The ELP’s playback system uses five laser beams—two “playback” beams to read the modulations engraved in the groove walls, two “guide” beams to track the left and right shoulders of the grooves (keeping the playback beams properly centered), and a third guide beam to maintain the correct height and focus of the playback lasers (offsetting variations in record thickness and flatness). The modulations read by the playback lasers are then reflected via mirrors to photooptical sensors, which, in turn, transform the modulated beams of light into electrical signals. Though it may seem counterintuitive, there is no analog-to-digital conversion or digital-to-analog conversion anywhere in the process.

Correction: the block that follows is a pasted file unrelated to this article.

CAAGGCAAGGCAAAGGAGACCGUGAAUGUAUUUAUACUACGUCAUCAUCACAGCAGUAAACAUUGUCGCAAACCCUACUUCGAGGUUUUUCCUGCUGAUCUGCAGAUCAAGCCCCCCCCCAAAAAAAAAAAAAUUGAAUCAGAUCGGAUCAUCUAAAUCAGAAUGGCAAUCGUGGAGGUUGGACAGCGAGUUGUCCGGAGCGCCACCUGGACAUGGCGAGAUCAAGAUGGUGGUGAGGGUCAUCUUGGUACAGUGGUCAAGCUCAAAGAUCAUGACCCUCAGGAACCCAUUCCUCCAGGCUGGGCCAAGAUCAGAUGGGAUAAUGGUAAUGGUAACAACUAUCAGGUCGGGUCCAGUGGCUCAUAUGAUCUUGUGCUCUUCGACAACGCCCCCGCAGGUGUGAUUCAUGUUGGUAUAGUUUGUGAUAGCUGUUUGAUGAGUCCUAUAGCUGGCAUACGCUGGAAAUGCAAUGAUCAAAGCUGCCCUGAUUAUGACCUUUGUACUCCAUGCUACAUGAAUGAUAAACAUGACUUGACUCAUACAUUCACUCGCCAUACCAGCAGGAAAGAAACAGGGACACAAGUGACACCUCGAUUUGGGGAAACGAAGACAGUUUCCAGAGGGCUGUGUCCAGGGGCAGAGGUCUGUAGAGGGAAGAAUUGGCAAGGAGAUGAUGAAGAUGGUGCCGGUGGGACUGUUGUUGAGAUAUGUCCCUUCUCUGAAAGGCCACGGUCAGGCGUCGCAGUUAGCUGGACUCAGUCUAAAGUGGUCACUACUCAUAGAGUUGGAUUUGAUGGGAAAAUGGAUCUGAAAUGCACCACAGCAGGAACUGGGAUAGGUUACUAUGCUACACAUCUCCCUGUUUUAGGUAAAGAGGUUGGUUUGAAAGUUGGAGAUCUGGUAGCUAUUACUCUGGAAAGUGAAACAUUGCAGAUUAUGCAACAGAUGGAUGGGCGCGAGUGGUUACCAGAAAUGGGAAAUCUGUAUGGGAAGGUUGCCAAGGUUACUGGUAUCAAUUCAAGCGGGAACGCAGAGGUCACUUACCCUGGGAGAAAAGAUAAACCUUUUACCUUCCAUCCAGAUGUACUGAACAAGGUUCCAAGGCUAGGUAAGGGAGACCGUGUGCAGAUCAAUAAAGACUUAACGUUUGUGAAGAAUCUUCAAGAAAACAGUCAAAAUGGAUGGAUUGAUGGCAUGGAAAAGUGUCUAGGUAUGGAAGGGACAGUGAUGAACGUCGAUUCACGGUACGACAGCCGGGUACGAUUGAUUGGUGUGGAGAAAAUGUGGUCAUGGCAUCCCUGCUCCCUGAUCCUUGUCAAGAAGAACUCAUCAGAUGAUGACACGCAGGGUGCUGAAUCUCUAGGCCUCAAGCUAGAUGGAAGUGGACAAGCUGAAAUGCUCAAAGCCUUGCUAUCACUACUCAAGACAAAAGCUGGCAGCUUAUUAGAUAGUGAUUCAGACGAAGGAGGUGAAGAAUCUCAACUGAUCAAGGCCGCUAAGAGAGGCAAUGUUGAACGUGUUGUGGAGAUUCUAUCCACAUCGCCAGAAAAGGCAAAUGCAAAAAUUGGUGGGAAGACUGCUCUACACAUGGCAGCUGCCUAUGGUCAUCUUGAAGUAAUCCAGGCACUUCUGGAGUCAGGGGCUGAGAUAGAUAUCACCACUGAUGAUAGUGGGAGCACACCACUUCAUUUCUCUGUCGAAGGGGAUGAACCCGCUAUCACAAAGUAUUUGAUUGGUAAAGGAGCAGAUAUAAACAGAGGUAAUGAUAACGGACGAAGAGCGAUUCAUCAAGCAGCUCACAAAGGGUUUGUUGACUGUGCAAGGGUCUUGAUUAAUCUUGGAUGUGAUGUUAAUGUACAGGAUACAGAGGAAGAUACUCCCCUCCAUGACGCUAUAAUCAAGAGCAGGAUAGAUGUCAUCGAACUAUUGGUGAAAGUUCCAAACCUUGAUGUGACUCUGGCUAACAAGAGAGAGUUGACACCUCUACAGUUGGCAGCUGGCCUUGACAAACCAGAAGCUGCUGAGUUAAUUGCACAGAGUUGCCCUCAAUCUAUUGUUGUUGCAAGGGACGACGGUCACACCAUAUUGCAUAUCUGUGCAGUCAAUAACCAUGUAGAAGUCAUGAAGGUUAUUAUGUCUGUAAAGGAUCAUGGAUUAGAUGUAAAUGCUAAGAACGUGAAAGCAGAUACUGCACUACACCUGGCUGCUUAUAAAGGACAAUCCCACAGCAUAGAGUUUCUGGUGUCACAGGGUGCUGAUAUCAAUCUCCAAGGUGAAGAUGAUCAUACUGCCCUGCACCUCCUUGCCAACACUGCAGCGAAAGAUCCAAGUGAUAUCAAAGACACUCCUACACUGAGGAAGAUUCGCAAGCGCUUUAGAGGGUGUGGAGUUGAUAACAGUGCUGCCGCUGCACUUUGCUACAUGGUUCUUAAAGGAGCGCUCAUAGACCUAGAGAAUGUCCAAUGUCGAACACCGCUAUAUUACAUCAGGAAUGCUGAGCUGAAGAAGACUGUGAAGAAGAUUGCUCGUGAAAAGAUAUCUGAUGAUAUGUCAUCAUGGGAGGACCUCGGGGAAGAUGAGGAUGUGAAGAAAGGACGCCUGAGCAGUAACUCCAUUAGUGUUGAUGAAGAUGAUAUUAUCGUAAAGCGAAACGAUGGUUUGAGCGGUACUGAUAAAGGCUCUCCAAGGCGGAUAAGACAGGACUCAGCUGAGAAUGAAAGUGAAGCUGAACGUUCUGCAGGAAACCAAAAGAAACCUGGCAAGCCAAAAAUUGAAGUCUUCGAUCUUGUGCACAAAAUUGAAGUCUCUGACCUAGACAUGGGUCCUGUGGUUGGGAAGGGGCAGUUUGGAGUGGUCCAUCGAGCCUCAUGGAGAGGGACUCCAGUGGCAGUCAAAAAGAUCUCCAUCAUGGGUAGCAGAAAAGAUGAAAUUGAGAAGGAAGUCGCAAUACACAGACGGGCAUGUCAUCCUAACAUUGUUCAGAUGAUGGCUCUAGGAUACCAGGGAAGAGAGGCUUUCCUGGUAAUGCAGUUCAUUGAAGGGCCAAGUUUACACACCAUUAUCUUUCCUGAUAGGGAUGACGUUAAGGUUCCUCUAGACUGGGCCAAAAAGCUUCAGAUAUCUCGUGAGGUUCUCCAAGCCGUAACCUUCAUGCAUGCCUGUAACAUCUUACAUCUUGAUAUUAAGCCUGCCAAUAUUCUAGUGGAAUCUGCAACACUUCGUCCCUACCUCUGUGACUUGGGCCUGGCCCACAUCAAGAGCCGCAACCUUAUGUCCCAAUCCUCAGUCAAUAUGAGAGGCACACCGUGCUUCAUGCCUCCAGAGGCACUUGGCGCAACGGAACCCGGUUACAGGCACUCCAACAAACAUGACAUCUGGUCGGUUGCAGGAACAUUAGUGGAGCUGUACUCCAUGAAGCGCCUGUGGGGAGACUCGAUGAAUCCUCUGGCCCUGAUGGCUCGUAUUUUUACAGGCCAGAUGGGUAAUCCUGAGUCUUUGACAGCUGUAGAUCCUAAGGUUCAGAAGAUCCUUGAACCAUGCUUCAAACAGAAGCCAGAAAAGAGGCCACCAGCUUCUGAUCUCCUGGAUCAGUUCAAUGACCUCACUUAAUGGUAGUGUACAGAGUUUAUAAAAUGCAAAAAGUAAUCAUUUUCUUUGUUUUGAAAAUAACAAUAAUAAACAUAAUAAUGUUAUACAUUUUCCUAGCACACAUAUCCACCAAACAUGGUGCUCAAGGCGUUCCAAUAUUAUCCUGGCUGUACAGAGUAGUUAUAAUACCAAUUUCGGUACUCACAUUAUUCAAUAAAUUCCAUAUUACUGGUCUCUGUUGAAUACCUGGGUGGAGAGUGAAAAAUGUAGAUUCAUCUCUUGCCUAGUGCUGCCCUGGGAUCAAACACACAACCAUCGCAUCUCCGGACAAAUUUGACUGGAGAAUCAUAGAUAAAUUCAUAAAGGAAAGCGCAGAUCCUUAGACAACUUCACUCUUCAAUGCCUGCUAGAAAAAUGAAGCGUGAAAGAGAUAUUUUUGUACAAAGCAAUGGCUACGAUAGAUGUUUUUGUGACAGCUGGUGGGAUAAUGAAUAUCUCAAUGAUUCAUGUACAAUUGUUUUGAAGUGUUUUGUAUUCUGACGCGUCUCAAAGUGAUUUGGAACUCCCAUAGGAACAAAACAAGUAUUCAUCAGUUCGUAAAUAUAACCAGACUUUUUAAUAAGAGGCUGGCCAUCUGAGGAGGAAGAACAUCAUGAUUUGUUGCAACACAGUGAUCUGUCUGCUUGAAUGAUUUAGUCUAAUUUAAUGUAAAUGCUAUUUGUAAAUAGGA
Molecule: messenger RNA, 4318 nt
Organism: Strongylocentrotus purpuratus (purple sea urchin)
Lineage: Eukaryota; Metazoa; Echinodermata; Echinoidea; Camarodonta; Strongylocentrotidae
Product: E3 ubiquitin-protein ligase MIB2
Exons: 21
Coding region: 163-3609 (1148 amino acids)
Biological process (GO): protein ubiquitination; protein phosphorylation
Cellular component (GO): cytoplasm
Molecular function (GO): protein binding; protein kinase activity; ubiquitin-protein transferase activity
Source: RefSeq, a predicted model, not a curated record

On the back of the unit are two RCA jacks, which route the ELP’s signal to your preamp. The version of the ELP sent to me outputs a phono-level signal, meaning you’ll still need a phonostage (set to moving-magnet level) to boost the voltage to line-level. ELP also makes units with built-in phonostages that can be connected directly to a linestage preamplifier. With either unit you must first use ELP’s calibration disc—supplied with the table—to set up the optics and microprocessors. The process takes about 30 seconds and should be repeated every two or three months (or if the turntable is moved) to make sure that everything is functioning properly.